China has come out with new rules that will help commercial lenders better guard against liquidity risks, the banking and insurance regulator said on May 25.
The new rules, which will come into effect on July 1, will add three new indicators for gauging liquidity risks, according to the China Banking and Insurance Regulatory Commission.
One of the new measures is the net stable funding ratio, which measures banks’ long-term stable funding to support business development. The ratio will apply to lenders with total assets of at least 200 billion yuan ($31.3 billion) and the minimum ratio is 100 percent.
The net stable funding ratio measures the amount of longer-term, stable sources of funding employed by an institution relative to the liquidity profiles of the assets funded, and the potential for contingency calls on funding liquidity arising from off-balance sheet commitments and obligations. It is a significant component of the Basel III accord, a set of financial reforms developed by the Basel Committee on Banking Supervision to strengthen regulation and risk management within the banking industry.
For banks that reported total assets of less than 200 billion yuan, the regulator requires them to apply the high-quality liquidity asset adequacy ratio, which is the bank’s high-quality liquidity assets divided by short-term net cash outflow, and the minimum ratio is 100 percent.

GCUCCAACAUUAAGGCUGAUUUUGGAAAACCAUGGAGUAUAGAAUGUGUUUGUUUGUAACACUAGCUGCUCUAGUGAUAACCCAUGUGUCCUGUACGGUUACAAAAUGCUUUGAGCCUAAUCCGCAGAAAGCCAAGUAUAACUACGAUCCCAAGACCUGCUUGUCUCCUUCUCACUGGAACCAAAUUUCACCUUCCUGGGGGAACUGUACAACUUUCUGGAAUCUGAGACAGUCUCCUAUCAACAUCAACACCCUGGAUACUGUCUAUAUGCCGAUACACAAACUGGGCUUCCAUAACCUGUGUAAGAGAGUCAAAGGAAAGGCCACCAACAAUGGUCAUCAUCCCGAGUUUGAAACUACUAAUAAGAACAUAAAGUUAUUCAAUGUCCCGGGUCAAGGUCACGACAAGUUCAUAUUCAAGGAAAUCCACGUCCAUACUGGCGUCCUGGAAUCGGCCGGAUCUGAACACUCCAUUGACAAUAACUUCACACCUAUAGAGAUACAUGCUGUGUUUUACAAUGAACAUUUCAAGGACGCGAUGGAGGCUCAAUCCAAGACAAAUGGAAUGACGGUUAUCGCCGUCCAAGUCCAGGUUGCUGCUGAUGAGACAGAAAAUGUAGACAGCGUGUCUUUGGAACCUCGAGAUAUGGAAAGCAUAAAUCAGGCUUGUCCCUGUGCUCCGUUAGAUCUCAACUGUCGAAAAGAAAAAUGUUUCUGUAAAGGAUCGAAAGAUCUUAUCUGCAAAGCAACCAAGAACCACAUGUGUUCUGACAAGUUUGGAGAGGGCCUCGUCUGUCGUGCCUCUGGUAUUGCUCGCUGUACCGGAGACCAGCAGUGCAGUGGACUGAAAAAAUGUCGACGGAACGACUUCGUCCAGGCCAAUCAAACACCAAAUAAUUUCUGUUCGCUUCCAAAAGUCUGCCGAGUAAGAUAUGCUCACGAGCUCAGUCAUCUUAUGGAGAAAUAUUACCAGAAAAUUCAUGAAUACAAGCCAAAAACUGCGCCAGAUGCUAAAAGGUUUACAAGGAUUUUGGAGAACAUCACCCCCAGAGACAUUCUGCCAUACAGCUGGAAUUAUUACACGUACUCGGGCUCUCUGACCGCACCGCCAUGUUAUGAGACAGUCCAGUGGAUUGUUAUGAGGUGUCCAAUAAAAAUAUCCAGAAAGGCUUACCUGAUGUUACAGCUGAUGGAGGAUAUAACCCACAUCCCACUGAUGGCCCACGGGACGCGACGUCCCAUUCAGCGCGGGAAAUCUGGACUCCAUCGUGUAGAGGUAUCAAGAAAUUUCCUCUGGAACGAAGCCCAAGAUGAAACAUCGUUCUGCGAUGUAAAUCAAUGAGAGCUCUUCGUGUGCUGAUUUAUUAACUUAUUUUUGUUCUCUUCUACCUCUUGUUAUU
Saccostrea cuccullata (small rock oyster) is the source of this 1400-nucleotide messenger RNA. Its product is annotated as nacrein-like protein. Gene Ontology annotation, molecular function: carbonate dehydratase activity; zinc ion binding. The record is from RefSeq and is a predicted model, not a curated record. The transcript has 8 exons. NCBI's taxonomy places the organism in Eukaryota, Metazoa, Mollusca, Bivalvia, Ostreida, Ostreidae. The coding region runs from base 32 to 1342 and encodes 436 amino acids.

If the indicator is higher, it shows that the bank’s stock of high-quality assets is more sufficient and its ability to defend against the liquidity risks are stronger, according to the regulator.
Finally, all commercial banks are required to apply a minimum liquidity matching rate of 100 percent. The rate will help identify those banks that have potentially high risks arising from maturity mismatches. If the rate is lower, it shows that the bank has a problem in using short-term financing for long-term assets.
To soften the impact of the revised measures on financial markets, the regulator will implement the new rules step by step. Commercial banks could wait until the end of 2018 to meet the minimum high-quality liquidity asset adequacy ratio, which is temporarily lowered to 80 percent and will be raised to 100 percent starting from the end of June 2019.
Meanwhile, the liquidity mismatching rate is a monitoring indicator for now and will not become a regulatory indicator until Jan 1, 2020, the regulator said.
The current liquidity risk management measures for commercial banks were issued in 2014 and revised in September 2015, changing the loan-to-deposit ratio from a regulatory indicator into a monitoring indicator.